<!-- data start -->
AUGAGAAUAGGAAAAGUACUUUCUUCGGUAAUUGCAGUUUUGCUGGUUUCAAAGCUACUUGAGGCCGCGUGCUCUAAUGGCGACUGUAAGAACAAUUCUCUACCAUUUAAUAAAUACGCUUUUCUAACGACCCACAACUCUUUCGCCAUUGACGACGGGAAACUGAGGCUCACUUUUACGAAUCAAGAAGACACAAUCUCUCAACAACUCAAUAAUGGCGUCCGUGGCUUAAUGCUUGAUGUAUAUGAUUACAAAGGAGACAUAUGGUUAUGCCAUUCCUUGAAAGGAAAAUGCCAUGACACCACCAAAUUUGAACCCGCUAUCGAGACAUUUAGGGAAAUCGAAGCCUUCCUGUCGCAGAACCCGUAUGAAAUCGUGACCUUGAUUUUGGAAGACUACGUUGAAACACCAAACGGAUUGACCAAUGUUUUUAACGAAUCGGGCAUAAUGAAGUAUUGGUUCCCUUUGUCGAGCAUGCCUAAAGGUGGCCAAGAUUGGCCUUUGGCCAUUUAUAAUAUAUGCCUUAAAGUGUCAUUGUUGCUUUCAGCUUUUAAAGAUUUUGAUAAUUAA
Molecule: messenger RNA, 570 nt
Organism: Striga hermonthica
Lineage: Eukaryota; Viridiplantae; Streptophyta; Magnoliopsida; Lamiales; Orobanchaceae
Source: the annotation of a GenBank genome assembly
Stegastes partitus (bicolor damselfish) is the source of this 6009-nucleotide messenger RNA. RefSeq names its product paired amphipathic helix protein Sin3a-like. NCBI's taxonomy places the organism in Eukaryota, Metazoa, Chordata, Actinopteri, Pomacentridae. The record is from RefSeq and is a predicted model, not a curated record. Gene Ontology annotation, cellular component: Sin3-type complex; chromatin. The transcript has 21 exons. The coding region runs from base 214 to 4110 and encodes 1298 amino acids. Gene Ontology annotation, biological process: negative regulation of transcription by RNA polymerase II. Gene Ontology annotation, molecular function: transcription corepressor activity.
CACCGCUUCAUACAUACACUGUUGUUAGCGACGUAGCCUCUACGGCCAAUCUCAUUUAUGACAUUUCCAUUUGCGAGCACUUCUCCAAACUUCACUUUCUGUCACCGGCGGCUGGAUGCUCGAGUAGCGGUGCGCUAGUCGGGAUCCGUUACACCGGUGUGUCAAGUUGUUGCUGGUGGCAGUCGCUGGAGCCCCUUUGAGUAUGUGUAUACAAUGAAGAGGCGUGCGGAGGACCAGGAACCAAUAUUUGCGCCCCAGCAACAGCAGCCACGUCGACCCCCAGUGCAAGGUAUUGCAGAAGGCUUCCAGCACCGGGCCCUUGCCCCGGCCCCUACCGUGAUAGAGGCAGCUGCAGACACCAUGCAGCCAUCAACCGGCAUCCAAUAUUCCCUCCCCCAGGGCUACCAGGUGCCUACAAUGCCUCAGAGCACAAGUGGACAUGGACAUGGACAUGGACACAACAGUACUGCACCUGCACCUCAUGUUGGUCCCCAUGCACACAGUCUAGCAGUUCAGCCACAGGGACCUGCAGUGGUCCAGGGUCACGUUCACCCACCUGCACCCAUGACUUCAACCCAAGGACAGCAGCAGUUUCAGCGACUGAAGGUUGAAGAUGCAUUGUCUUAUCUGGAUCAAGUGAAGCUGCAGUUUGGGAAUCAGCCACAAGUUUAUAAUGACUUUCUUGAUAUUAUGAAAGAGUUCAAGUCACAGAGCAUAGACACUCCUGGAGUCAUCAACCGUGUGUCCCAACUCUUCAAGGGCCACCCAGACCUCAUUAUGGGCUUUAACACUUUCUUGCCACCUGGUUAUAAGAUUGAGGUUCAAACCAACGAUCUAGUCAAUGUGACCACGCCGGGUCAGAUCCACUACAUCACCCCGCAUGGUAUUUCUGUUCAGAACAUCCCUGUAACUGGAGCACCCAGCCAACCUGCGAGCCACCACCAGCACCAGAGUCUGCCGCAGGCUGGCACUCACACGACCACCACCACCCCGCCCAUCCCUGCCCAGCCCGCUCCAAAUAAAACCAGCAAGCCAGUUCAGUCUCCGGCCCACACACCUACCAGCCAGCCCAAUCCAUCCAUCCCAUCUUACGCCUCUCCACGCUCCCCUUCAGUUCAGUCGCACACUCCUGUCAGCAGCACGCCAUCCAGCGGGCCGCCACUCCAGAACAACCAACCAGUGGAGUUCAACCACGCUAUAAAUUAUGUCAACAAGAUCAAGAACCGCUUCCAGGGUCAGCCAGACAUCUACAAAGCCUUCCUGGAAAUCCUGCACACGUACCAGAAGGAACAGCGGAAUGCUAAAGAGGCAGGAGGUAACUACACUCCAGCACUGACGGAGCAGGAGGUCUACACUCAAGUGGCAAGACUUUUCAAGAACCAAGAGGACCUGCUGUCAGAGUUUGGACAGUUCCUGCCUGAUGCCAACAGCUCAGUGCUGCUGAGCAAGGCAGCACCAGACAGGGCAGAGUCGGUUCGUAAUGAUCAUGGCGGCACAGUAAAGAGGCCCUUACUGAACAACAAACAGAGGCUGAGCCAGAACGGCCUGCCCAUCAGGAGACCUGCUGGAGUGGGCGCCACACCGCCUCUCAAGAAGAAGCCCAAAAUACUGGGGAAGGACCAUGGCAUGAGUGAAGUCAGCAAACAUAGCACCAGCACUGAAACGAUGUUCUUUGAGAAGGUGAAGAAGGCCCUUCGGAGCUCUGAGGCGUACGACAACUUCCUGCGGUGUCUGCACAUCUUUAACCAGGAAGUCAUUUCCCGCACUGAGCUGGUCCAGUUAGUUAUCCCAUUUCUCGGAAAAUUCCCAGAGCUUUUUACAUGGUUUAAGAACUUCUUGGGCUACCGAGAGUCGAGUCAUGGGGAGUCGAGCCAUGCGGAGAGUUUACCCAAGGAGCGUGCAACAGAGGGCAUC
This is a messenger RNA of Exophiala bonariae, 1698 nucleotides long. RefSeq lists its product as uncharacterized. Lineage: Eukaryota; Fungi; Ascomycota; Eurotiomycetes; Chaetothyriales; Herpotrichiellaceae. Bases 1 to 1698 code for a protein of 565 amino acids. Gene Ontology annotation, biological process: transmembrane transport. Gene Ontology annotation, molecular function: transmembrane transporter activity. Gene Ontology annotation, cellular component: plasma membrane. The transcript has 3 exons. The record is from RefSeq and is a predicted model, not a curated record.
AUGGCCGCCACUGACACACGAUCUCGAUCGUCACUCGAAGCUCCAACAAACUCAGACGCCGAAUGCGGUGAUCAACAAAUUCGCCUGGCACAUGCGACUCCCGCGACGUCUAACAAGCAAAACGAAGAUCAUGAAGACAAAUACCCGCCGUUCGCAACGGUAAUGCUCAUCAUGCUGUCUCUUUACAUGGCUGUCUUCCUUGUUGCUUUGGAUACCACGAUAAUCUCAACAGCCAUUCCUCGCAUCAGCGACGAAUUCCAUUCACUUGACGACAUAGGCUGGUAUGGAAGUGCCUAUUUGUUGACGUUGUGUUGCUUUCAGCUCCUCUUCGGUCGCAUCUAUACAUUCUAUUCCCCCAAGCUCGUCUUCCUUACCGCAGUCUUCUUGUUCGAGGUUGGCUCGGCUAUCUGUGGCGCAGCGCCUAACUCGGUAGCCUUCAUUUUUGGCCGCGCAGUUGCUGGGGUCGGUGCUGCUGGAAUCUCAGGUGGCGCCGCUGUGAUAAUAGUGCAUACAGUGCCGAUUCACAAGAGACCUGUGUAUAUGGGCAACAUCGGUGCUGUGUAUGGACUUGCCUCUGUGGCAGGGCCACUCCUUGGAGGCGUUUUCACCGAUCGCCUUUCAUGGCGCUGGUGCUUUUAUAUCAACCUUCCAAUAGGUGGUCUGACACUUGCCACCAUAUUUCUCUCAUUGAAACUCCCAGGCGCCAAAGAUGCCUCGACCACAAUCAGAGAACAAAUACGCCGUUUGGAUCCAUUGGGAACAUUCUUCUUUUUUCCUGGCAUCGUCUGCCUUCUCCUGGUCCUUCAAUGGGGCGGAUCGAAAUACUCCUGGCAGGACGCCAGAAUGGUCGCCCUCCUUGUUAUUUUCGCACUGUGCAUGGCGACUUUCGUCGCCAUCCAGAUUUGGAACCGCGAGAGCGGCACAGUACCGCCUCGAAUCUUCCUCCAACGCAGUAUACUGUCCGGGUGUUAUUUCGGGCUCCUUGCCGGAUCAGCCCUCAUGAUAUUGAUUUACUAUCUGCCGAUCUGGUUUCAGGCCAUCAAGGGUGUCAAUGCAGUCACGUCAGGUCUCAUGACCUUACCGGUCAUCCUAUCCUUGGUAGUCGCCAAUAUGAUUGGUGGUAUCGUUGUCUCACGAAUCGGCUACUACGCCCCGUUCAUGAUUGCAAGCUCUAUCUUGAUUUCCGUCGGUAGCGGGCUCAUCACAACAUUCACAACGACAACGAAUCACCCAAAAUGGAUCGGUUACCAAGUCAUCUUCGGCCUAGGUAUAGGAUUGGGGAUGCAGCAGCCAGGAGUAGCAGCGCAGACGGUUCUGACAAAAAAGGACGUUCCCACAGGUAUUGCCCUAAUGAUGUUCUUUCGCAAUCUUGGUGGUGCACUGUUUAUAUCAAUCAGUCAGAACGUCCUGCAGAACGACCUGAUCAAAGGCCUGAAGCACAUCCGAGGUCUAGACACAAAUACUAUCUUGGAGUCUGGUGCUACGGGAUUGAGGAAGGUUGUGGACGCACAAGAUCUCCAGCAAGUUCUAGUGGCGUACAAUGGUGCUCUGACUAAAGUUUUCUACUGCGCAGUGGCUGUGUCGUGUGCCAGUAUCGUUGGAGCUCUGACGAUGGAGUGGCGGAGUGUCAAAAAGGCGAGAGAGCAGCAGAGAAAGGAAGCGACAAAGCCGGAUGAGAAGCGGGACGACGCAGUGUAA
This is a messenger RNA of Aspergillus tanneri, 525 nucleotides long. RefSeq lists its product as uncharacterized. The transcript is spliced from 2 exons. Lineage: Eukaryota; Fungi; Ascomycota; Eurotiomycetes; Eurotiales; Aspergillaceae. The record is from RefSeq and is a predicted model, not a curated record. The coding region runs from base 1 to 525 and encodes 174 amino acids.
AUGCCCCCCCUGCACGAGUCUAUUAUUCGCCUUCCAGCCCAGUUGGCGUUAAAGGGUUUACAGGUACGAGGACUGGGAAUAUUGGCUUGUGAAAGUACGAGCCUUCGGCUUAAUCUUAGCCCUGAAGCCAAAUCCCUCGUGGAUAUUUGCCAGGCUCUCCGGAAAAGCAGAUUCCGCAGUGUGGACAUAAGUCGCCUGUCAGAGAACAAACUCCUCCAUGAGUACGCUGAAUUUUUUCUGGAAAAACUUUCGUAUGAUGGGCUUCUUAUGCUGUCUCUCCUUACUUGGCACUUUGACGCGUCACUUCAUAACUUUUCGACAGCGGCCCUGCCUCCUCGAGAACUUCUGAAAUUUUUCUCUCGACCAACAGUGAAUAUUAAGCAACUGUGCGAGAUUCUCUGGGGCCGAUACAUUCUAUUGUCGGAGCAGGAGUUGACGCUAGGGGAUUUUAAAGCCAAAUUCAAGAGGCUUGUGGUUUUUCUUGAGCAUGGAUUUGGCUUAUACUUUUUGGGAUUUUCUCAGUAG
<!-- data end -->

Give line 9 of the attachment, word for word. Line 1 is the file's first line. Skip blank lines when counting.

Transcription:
AUGGCCGCCACUGACACACGAUCUCGAUCGUCACUCGAAGCUCCAACAAACUCAGACGCCGAAUGCGGUGAUCAACAAAUUCGCCUGGCACAUGCGACUCCCGCGACGUCUAACAAGCAAAACGAAGAUCAUGAAGACAAAUACCCGCCGUUCGCAACGGUAAUGCUCAUCAUGCUGUCUCUUUACAUGGCUGUCUUCCUUGUUGCUUUGGAUACCACGAUAAUCUCAACAGCCAUUCCUCGCAUCAGCGACGAAUUCCAUUCACUUGACGACAUAGGCUGGUAUGGAAGUGCCUAUUUGUUGACGUUGUGUUGCUUUCAGCUCCUCUUCGGUCGCAUCUAUACAUUCUAUUCCCCCAAGCUCGUCUUCCUUACCGCAGUCUUCUUGUUCGAGGUUGGCUCGGCUAUCUGUGGCGCAGCGCCUAACUCGGUAGCCUUCAUUUUUGGCCGCGCAGUUGCUGGGGUCGGUGCUGCUGGAAUCUCAGGUGGCGCCGCUGUGAUAAUAGUGCAUACAGUGCCGAUUCACAAGAGACCUGUGUAUAUGGGCAACAUCGGUGCUGUGUAUGGACUUGCCUCUGUGGCAGGGCCACUCCUUGGAGGCGUUUUCACCGAUCGCCUUUCAUGGCGCUGGUGCUUUUAUAUCAACCUUCCAAUAGGUGGUCUGACACUUGCCACCAUAUUUCUCUCAUUGAAACUCCCAGGCGCCAAAGAUGCCUCGACCACAAUCAGAGAACAAAUACGCCGUUUGGAUCCAUUGGGAACAUUCUUCUUUUUUCCUGGCAUCGUCUGCCUUCUCCUGGUCCUUCAAUGGGGCGGAUCGAAAUACUCCUGGCAGGACGCCAGAAUGGUCGCCCUCCUUGUUAUUUUCGCACUGUGCAUGGCGACUUUCGUCGCCAUCCAGAUUUGGAACCGCGAGAGCGGCACAGUACCGCCUCGAAUCUUCCUCCAACGCAGUAUACUGUCCGGGUGUUAUUUCGGGCUCCUUGCCGGAUCAGCCCUCAUGAUAUUGAUUUACUAUCUGCCGAUCUGGUUUCAGGCCAUCAAGGGUGUCAAUGCAGUCACGUCAGGUCUCAUGACCUUACCGGUCAUCCUAUCCUUGGUAGUCGCCAAUAUGAUUGGUGGUAUCGUUGUCUCACGAAUCGGCUACUACGCCCCGUUCAUGAUUGCAAGCUCUAUCUUGAUUUCCGUCGGUAGCGGGCUCAUCACAACAUUCACAACGACAACGAAUCACCCAAAAUGGAUCGGUUACCAAGUCAUCUUCGGCCUAGGUAUAGGAUUGGGGAUGCAGCAGCCAGGAGUAGCAGCGCAGACGGUUCUGACAAAAAAGGACGUUCCCACAGGUAUUGCCCUAAUGAUGUUCUUUCGCAAUCUUGGUGGUGCACUGUUUAUAUCAAUCAGUCAGAACGUCCUGCAGAACGACCUGAUCAAAGGCCUGAAGCACAUCCGAGGUCUAGACACAAAUACUAUCUUGGAGUCUGGUGCUACGGGAUUGAGGAAGGUUGUGGACGCACAAGAUCUCCAGCAAGUUCUAGUGGCGUACAAUGGUGCUCUGACUAAAGUUUUCUACUGCGCAGUGGCUGUGUCGUGUGCCAGUAUCGUUGGAGCUCUGACGAUGGAGUGGCGGAGUGUCAAAAAGGCGAGAGAGCAGCAGAGAAAGGAAGCGACAAAGCCGGAUGAGAAGCGGGACGACGCAGUGUAA